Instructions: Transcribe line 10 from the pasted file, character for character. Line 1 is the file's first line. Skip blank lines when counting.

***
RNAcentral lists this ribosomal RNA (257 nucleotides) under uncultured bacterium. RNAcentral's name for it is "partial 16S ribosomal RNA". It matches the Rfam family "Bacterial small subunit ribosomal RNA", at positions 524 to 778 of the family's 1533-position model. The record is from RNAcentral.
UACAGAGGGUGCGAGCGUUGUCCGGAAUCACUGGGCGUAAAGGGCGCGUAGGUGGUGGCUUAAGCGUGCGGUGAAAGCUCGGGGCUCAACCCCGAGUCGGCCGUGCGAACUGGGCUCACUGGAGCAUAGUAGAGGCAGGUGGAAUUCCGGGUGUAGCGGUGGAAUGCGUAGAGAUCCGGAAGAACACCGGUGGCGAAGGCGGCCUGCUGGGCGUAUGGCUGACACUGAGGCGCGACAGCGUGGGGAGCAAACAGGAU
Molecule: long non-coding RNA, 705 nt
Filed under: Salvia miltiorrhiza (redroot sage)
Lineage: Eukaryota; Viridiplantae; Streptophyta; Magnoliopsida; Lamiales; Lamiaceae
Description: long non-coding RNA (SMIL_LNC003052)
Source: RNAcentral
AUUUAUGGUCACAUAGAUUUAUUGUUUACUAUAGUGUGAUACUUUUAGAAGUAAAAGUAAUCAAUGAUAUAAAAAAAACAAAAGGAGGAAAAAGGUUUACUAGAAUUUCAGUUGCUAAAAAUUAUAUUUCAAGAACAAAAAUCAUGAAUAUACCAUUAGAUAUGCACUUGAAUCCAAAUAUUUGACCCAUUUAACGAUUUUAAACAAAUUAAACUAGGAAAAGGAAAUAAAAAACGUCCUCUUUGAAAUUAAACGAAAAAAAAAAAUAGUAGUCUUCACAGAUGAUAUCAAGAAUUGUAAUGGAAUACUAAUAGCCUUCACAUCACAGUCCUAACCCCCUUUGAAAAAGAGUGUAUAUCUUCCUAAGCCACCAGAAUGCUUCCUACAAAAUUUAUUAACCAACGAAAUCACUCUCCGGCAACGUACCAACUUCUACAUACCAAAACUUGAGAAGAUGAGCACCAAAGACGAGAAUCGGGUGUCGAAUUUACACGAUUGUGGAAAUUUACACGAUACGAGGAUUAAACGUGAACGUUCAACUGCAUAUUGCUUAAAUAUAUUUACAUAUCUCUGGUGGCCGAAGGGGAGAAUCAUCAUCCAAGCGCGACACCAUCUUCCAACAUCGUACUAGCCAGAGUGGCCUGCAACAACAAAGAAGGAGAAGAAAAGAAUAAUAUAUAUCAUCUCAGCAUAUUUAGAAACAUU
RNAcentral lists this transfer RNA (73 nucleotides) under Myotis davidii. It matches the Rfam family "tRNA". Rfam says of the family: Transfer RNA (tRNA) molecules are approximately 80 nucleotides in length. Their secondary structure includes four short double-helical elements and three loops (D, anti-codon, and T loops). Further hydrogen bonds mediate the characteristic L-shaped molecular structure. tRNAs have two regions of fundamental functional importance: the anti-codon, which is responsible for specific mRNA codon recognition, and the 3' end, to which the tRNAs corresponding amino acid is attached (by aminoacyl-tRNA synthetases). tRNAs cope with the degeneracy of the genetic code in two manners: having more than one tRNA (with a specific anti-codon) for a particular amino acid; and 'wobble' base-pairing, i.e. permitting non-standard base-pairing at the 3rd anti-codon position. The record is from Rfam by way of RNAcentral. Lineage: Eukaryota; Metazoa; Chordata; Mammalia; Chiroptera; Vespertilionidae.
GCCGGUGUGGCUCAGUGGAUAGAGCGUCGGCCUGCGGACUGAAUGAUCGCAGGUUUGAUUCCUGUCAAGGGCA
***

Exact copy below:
GCCGGUGUGGCUCAGUGGAUAGAGCGUCGGCCUGCGGACUGAAUGAUCGCAGGUUUGAUUCCUGUCAAGGGCA